Studio Advice

A Short Guide to Creating Film Soundtracks

Try to think of a time when you’ve seen a good film that does not include music, whether it be a TV advert, a blockbuster movie, or even a YouTube vlog. Personally, I can’t think of one. It is widely known that music is the perfect complement to moving pictures. Music can entirely sway the mood or emotion of a scene, create memorability, and even set a theme for a movie. In fact, the earliest moving pictures had only music and visuals, they didn’t include dialogue or sound effects. Music is, arguably, just as important as the visuals.

What do you need to begin?

Studio Setup

A Short Guide to Creating Film Soundtracks
Home Studio of Kyle Monroe in Nashville

To make a film soundtrack, you do not need to have a multi-million dollar recording studio, you don’t need to possess the genius of John Williams or Hans Zimmer, and you certainly don’t need to have extensive musical theory knowledge or the ability to write score. You can make a film soundtrack on as little as a laptop, in the DAW of your choice, with a MIDI Keyboard and a pair of headphones. A little creativity will work in your favor, too.

The mood

One of the first things you’ll need to understand is the mood of the scene that your music will be accompanying. Is this scene downcast? Or are you wanting the scene to feel radiant and cheerful? This will help you decide what tempo and key signatures you’ll end up using.

The keys

Experimenting with variants of minor keys will create more of the downcast feelings, while variants of the major keys will typically create the more upbeat moods. Don’t take that as gospel, though. There never have, and never will be rules to music production, so it is completely up to you how you decide to use key signatures, notes, and chords in your music.

The tempo

Logic Pro Tempo – photo from apple.com

The tempo is a very important factor to consider when making a film soundtrack. One thing to remember when making music for moving picture is that the music is not meant to be too noticeable to the viewer – it should not be in the foreground. If the tempo is too fast, the music may draw too much attention to itself and become distracting. If it is too slow, it may not create the desired effect. You have to find the middle-ground. If you are composing with entirely MIDI instruments, it is very easy to tinker with the project tempo in your DAW. Some DAWs will even allow you to change the tempo of audio, very quickly, with time stretching.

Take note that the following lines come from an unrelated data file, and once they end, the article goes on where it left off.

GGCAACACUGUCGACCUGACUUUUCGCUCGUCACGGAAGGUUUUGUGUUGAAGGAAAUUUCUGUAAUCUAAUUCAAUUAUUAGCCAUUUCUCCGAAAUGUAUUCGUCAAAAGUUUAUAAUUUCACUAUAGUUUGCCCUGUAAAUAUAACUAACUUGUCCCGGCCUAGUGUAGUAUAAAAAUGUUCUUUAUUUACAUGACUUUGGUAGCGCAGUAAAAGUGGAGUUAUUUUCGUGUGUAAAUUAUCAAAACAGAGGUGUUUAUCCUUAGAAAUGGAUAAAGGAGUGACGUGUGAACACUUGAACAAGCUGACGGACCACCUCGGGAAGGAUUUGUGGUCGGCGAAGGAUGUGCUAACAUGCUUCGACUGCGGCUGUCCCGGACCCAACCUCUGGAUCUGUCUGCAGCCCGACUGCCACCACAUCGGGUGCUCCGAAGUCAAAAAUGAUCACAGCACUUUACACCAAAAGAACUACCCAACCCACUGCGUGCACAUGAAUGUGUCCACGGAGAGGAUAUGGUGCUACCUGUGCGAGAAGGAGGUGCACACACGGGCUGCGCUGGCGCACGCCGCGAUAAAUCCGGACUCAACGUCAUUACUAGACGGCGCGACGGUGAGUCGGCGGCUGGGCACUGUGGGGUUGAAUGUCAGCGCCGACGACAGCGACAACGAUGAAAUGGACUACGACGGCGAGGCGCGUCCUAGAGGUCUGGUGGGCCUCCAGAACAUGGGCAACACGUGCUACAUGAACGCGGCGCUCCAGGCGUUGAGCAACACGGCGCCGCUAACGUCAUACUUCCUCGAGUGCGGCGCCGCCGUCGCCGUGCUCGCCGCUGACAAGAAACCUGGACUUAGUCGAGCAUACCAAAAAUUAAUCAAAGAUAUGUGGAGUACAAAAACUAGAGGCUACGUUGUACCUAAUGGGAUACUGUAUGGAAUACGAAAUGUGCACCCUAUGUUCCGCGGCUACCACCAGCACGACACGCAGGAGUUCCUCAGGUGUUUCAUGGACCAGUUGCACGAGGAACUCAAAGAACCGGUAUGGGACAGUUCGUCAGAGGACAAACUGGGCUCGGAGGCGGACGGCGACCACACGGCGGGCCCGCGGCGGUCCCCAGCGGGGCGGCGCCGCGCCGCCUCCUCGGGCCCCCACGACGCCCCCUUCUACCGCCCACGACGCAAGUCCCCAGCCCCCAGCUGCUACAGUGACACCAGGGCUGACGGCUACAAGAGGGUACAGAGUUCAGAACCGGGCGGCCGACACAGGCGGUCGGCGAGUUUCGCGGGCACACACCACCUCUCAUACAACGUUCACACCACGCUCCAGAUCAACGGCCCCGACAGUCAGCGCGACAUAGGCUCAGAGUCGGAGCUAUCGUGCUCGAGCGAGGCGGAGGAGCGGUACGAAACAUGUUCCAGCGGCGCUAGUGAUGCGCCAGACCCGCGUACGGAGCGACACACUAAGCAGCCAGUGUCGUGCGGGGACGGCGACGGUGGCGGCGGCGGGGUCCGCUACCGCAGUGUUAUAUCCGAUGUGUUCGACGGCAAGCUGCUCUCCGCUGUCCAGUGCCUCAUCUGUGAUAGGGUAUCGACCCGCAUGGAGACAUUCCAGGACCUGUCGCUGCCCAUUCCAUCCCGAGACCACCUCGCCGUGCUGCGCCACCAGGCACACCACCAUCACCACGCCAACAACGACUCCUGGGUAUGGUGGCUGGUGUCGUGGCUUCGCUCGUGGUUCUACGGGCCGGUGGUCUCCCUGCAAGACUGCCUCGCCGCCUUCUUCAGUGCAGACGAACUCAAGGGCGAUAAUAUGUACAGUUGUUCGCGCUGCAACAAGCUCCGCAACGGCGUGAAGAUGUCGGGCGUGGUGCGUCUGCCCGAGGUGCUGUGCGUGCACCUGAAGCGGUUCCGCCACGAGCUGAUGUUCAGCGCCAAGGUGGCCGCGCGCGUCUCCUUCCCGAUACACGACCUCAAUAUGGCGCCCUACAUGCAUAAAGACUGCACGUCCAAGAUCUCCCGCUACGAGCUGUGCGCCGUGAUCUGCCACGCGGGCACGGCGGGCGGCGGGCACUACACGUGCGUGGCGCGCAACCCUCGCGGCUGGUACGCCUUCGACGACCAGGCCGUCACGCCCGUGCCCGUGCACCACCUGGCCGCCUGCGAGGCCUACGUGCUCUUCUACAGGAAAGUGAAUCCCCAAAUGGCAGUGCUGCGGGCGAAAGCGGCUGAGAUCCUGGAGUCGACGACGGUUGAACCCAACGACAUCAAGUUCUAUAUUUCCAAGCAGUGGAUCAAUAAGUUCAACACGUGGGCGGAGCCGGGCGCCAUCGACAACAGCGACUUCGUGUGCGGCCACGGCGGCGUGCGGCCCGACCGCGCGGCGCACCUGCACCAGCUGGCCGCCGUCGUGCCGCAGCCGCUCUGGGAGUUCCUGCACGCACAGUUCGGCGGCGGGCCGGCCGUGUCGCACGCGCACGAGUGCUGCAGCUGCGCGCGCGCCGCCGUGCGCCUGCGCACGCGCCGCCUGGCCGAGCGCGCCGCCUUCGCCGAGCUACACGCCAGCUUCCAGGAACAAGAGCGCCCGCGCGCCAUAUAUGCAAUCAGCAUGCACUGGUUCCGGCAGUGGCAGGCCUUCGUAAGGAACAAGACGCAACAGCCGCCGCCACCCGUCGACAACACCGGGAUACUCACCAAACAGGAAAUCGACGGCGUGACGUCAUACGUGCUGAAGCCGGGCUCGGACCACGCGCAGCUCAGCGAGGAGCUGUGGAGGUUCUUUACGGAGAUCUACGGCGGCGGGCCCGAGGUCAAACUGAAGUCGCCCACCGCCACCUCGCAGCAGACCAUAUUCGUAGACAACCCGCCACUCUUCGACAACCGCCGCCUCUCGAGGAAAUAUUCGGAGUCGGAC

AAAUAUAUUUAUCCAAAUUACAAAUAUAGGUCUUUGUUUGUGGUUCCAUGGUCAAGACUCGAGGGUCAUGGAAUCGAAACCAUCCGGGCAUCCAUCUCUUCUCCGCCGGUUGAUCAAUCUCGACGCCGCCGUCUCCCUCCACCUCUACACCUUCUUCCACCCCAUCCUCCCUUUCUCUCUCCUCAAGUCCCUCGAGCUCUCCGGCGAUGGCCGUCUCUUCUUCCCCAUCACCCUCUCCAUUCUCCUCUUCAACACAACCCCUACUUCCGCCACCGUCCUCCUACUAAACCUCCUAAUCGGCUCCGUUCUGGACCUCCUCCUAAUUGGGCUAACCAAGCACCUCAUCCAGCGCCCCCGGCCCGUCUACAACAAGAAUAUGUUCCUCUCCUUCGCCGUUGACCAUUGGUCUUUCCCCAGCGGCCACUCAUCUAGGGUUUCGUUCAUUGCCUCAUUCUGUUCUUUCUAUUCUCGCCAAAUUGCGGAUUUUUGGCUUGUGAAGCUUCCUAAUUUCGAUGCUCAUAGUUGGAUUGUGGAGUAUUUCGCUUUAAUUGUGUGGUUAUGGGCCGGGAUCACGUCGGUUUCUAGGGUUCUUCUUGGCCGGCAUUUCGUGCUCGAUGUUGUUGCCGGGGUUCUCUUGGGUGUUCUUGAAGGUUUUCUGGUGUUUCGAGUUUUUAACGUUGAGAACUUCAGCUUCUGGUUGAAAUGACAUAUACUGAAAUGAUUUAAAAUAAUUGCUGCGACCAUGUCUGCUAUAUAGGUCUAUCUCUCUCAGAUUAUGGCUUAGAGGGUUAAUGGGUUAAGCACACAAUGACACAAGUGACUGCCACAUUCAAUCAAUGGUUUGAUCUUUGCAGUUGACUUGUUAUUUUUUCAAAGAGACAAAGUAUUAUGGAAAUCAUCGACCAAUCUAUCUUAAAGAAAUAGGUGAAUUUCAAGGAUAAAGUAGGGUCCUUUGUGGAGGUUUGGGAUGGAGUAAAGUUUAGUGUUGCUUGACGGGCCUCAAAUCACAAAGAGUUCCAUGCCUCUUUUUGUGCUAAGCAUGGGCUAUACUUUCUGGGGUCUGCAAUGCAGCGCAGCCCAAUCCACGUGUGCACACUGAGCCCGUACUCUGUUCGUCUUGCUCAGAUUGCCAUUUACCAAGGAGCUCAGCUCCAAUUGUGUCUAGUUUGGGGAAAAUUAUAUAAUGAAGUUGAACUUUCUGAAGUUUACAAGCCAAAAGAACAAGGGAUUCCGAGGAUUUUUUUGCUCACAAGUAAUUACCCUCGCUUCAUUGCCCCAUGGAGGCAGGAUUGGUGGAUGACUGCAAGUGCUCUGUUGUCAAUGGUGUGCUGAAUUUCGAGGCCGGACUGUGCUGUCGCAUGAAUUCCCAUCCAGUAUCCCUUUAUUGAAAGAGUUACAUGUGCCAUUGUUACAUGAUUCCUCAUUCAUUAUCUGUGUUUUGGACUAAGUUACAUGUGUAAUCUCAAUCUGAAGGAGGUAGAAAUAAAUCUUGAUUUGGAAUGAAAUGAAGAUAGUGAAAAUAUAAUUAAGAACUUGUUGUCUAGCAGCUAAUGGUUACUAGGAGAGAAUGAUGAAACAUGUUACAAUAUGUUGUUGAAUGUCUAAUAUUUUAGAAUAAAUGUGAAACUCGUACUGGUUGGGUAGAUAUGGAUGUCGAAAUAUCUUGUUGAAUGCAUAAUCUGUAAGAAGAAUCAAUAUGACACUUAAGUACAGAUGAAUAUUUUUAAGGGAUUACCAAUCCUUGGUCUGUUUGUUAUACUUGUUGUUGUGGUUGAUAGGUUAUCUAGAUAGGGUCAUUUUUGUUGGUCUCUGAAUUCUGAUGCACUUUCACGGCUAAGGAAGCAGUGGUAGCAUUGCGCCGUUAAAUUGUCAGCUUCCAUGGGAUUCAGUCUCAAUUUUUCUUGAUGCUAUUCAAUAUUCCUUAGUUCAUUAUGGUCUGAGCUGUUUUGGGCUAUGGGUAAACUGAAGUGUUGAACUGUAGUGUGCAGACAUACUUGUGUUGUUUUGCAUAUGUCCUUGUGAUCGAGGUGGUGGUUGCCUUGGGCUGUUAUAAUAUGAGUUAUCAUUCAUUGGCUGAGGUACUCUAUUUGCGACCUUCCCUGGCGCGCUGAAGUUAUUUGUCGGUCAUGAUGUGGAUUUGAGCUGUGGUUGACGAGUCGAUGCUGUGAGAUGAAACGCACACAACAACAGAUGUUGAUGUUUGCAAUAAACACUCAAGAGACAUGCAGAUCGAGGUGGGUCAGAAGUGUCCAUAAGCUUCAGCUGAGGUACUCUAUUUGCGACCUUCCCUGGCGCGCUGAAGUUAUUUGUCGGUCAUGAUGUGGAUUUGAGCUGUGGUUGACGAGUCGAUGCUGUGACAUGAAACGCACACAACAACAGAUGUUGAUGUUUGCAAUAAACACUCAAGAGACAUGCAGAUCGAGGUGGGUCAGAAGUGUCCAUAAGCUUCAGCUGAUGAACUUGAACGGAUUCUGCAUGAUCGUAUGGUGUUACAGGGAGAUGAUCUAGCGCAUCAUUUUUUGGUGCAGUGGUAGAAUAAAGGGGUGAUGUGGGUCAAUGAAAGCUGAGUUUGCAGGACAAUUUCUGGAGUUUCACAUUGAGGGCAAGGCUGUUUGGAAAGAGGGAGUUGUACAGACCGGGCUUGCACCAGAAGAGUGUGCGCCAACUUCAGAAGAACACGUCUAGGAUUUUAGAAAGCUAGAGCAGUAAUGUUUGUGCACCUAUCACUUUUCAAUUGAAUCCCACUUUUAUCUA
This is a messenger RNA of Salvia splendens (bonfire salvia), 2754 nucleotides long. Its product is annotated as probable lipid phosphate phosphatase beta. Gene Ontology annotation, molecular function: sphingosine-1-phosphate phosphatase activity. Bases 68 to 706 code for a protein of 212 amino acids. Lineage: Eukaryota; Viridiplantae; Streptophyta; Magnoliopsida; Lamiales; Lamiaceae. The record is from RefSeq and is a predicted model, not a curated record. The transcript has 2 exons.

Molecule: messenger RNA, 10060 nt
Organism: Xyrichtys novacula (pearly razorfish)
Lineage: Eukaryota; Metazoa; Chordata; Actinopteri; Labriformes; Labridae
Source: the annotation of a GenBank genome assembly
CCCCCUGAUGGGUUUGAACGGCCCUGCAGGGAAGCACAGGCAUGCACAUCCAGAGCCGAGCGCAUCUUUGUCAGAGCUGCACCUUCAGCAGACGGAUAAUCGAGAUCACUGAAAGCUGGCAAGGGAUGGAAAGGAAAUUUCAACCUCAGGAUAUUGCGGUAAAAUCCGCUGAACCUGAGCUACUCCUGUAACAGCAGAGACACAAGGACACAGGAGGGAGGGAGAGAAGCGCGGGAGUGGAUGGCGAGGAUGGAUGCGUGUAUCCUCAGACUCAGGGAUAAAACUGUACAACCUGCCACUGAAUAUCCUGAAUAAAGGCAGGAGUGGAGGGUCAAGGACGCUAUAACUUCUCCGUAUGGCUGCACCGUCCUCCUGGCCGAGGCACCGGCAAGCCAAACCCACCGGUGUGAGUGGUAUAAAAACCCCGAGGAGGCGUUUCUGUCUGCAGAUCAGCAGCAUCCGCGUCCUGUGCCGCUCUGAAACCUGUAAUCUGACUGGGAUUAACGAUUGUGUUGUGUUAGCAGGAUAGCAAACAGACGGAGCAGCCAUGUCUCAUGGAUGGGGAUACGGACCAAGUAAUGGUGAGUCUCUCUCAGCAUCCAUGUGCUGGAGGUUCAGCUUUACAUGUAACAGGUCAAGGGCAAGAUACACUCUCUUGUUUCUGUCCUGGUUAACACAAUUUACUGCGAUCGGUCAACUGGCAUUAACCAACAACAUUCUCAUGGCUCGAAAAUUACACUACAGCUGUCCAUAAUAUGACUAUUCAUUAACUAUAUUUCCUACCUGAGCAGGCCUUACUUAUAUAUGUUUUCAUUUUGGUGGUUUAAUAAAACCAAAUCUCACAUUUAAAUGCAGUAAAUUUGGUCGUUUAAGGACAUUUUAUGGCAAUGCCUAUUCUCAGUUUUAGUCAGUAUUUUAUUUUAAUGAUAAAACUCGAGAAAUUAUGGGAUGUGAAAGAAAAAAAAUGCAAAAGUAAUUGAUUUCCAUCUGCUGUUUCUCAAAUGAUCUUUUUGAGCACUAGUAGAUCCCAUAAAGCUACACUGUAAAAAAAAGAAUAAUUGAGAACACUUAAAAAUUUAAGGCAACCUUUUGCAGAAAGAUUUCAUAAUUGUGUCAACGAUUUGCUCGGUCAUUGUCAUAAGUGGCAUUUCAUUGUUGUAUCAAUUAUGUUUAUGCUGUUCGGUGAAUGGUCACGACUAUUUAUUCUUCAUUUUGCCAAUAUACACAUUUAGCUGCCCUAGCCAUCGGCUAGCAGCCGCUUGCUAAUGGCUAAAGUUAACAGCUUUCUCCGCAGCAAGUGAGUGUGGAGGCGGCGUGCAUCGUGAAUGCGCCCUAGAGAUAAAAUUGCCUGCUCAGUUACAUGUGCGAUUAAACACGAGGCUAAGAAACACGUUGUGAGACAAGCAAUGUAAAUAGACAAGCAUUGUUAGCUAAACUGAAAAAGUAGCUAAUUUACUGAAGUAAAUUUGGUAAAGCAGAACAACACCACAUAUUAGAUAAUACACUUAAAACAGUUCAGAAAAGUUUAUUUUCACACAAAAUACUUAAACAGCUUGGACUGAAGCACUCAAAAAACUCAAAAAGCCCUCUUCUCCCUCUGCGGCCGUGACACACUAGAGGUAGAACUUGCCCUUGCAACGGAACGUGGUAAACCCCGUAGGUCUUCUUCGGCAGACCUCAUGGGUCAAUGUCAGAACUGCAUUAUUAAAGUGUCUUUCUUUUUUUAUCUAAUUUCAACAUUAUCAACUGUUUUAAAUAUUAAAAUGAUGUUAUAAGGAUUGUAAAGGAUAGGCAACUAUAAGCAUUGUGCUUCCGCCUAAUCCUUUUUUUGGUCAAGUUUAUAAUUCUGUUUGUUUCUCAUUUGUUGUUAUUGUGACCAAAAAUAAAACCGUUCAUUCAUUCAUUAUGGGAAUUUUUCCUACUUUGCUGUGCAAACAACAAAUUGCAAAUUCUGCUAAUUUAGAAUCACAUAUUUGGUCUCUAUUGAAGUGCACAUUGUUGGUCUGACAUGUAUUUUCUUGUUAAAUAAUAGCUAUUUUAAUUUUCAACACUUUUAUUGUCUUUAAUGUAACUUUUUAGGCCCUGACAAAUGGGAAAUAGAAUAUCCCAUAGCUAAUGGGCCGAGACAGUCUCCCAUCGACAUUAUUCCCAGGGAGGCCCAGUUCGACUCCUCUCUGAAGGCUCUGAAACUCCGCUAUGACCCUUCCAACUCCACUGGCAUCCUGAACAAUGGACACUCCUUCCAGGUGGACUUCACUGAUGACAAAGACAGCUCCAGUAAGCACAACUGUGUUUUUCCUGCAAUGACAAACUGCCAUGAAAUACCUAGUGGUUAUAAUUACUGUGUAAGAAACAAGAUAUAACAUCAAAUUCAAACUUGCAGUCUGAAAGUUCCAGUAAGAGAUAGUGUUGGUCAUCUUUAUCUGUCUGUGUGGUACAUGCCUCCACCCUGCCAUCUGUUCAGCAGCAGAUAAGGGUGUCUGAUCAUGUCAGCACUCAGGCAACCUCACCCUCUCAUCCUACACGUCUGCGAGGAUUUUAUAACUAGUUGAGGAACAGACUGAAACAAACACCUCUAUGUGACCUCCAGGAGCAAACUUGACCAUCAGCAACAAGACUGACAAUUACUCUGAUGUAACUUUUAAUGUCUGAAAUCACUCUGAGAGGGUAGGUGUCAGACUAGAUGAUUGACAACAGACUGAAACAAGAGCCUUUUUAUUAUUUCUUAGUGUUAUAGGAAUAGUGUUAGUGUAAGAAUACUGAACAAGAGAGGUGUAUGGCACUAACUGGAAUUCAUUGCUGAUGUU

Visuals

Working with the visuals can be really helpful when it comes to creating film soundtracks, especially when it comes to deciding the timbre and mood of your music. The visuals may also contain cues, such as titles or flashing images, for when certain parts of the music need to change or have dynamic variations. Sometimes the visuals might not be available prior to the creation of the music, but that is okay. It is possible to make soundtracks without the visuals, it’s just a case of imagining you are writing a normal piece of music and tailoring it to the visuals afterwards.

Research

If you want to really add some flare to your soundtrack, look into specifying your music to the era that the film is set. Do some research into the production techniques of that specific era. For example, if you are making a soundtrack for a film set in the 1930s, a TR-808 may sound out of place.

Natural Sound

Finally, keep it human. This may be the biggest cliché in music production, but quite often a fully quantized, ‘on the grid’ track will not sit right with the fluidity of the visuals. Although, that very much depends on the style of film. Some DAWs will have a ‘humanize’ function for MIDI notation. If you are recording with live instruments, the chances are, you’ll have a good human-feel to your track – as long as you aren’t playing out of time.

Conclusion

Film soundtracks do not have to be a complicated thing. Just experiment with ideas, see what works with the visuals and have fun.